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At 90 Days, Libya Conflict Has Washington Divided

A Libyan raises his AK-47 and an American flag in the rebel-stronghold city of Benghazi.
A Libyan raises his AK-47 and an American flag in the rebel-stronghold city of Benghazi.

The debate over what to do about Libya is coming to a head on Capitol Hill.

The U.S. military intervention in Libya reaches its 90th day on Sunday. That number is significant, because according to the 1973 War Powers Resolution, Congress must authorize American engagements in hostilities that surpass 90 days.

Congress has not formally authorized military operations in Libya, and the White House contends there's no need to do so. Obama's position on the War Powers Resolution and Libya was laid out in a 30-page report sent to Congress this week. It's quite simple, as White House spokesman Jay Carney explained on Friday to a roomful of reporters.

"We do not believe, as a legal matter, that our engagement in this mission meets the hostilities threshold set by the War Powers Resolution, and therefore does not apply," he said.

In other words, Obama will not be violating the War Powers Resolution starting Monday because, by his lights, the U.S. is not at war in Libya. Speaker of the House John Boehner isn't buying it.

"We've got drone attacks under way; we're spending $10 million a day; we're part of an effort to drop bombs on Gadhafi's compounds," he says. "It doesn't pass the straight face test, in my view, that we're not in the midst of hostilities."

The House Divided

As soon as next week, Boehner says, the House could exercise its power of the purse to try to put limits on the Libya intervention. Meanwhile, 10 House Democrats and Republicans filed a suit in federal court this week, declaring the president in violation of both the Constitution and the War Powers Resolution.

One of the plaintiffs is Maryland Republican Roscoe Bartlett. "My concern is not whether we should be there or not; my concern is how we got there — even if I thought we should be there, I would still be a part of this lawsuit, because we got there the wrong way," he says. "This sets a terrible precedent."

Siding with Obama in this quarrel, however, are several prominent House Democrats. Minority leader Nancy Pelosi is one of them.

"I'm satisfied that the president has the authority he needs to go ahead, and I say that as one very protective of congressional prerogative," she says.

But while some longtime anti-war House Democrats such as Pelosi are giving a Democratic president a pass on Libya, their once-hawkish GOP counterparts are not.

Senate Splits Along Unusual Lines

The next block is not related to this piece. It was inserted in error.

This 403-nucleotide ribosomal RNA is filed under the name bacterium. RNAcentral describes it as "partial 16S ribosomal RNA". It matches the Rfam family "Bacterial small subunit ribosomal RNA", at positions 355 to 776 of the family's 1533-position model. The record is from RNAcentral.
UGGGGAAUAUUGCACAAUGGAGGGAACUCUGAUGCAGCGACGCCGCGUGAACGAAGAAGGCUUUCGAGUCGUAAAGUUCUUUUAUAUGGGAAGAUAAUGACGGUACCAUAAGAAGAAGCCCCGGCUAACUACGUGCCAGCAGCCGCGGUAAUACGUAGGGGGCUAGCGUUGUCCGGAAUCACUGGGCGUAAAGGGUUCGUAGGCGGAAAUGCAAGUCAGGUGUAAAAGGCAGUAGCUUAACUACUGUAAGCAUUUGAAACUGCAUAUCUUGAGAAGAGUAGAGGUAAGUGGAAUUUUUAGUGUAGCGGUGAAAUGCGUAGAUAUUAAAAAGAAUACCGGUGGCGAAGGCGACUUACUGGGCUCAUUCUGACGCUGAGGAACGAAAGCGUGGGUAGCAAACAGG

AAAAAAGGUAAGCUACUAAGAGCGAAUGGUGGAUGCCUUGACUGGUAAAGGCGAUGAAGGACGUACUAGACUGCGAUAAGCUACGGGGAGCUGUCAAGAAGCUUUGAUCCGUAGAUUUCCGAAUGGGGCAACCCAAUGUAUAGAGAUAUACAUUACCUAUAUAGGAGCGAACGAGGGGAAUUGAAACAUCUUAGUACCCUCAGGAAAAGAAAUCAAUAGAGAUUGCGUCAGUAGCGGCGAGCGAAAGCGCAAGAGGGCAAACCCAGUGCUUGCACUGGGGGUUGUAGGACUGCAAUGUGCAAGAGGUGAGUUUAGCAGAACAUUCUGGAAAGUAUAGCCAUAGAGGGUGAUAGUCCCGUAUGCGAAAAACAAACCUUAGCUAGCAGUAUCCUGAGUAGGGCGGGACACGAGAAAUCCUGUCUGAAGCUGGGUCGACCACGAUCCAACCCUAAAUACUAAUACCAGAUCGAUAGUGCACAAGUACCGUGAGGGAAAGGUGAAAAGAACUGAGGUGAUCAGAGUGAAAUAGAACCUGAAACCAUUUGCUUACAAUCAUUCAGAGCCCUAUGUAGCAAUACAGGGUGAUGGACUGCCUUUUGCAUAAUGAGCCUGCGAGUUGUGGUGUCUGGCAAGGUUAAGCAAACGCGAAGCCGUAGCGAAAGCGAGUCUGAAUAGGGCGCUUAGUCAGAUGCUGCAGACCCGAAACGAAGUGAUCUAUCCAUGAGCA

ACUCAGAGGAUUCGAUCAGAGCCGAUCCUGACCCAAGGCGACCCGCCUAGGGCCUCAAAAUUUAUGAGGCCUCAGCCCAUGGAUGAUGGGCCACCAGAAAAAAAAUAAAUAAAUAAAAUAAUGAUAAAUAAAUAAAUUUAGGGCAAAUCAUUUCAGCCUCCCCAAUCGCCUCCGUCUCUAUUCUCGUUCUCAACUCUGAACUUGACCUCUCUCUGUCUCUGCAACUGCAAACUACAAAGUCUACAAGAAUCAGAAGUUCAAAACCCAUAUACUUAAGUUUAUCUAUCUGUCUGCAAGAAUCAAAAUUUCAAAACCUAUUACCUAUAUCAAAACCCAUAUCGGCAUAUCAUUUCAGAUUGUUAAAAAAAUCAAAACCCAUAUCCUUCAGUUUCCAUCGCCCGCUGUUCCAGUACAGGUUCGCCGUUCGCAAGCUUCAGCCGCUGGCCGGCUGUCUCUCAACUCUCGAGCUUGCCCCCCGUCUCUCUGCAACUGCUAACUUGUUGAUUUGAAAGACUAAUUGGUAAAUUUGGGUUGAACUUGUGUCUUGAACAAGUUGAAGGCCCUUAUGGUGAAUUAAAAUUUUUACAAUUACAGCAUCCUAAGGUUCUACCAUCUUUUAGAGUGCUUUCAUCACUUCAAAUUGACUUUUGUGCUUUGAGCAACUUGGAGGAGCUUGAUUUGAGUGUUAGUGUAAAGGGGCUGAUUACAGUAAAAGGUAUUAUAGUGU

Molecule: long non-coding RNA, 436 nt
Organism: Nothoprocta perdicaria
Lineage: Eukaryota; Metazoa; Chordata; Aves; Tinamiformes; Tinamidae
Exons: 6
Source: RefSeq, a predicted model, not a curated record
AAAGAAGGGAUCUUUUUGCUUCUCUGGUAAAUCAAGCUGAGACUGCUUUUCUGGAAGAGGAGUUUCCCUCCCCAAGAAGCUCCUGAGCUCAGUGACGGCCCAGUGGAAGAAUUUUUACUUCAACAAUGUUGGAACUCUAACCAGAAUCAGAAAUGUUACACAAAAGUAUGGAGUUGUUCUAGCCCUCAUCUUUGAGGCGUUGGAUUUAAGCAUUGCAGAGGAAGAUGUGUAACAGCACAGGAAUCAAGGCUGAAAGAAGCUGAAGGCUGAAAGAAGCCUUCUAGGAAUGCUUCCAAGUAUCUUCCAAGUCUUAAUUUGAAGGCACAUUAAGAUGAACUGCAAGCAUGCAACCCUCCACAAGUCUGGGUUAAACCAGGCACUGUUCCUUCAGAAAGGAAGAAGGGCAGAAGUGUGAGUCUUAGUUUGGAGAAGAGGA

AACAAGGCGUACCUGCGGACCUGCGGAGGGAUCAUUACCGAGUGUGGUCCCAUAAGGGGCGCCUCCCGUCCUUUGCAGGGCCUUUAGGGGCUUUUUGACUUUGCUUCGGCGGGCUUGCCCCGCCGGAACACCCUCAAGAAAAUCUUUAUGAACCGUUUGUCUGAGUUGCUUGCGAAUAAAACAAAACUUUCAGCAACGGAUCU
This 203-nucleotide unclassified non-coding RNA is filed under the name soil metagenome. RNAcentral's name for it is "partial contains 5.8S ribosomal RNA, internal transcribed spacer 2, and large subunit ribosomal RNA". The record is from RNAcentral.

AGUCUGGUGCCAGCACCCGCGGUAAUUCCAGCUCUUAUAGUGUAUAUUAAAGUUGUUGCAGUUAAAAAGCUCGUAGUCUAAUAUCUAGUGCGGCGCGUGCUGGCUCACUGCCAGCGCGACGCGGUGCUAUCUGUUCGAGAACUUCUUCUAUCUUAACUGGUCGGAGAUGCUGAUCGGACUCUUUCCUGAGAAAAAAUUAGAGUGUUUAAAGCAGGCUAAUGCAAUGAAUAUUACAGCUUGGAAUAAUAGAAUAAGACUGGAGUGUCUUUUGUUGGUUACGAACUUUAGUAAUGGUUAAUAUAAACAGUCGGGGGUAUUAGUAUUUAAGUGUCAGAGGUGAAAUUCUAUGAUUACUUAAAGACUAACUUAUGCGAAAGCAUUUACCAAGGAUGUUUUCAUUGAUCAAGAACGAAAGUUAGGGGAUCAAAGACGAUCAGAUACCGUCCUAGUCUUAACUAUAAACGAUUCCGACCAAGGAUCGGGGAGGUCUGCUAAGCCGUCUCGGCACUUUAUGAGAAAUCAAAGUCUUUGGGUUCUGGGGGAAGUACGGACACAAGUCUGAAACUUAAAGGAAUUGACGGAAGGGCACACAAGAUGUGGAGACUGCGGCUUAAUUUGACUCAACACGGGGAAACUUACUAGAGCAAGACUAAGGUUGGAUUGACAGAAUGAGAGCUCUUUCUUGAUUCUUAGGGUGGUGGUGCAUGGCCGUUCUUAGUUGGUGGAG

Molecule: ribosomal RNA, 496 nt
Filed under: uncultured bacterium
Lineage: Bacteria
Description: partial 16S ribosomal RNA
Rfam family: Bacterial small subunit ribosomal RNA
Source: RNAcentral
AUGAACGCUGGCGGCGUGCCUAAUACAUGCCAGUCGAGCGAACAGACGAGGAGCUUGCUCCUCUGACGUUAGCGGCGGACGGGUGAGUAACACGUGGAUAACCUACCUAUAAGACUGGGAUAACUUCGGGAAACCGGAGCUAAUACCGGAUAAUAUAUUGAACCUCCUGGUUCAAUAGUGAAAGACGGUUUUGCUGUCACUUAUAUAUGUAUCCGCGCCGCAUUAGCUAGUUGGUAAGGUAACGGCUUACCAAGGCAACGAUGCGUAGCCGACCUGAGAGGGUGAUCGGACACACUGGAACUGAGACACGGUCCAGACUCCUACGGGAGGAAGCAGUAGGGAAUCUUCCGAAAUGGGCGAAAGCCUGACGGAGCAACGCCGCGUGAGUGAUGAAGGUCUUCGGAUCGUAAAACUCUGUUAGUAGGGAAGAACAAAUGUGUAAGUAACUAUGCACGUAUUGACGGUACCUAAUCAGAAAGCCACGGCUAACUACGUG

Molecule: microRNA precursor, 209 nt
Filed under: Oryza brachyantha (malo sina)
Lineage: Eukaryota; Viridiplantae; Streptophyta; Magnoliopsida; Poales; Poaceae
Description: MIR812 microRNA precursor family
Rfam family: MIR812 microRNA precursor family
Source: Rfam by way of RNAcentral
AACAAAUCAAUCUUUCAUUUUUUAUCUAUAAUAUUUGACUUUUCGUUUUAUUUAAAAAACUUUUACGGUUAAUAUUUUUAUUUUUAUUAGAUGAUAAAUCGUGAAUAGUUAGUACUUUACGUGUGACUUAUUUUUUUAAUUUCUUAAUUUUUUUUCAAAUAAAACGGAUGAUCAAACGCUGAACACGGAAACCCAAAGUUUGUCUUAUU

In the Senate, it gets more complicated. Perhaps Obama's staunchest defender there on Libya is the Republican he beat two and a half years ago, Arizona's John McCain. This week on the Senate floor, McCain took House Republicans to task for prompting a letter of thanks from Libyan leader Moammar Gadhafi after they passed a resolution this month chiding Obama on Libya.

"Republicans need to ask themselves whether they want to be part of a group who are earning the grateful thanks of a murderous tyrant for trying to limit an American president's ability to force that tyrant to leave power," McCain said.

McCain has teamed up with John Kerry, the Democratic chairman of the Foreign Relations Committee, to draft a resolution expressing the Senate's support for the Libyan intervention. Kerry says their motive in doing so is not the War Powers Resolution.

"I don't believe it applies," Kerry says, "but I think it's good for us to be on record as being supportive."

The top Republican on the Foreign Relations Committee disagrees. Indiana's Richard Lugar says starting next week, Obama will indeed be in violation of the War Powers Resolution, and Congress must act.

"If the administration wanted to declare war on Libya, we should ask for a declaration of war and have that debate," Lugar says.

Libya also divides Senate Democrats. Illinois' Dick Durbin, the chamber's No. 2 Democrat and one of Obama's closest allies on Capitol Hill, disagrees with the president's characterization of the U.S. role in Libya.

"We went beyond supplying technology to supplying support for refueling, for intelligence and the like," he says. "America is engaged in this conflict."

"It is war, in the classic sense, in that we are in open hostilities with the forces of Moammar Gadhafi," Durbin says.

So it may all come down to one troubling question: What constitutes being at war?

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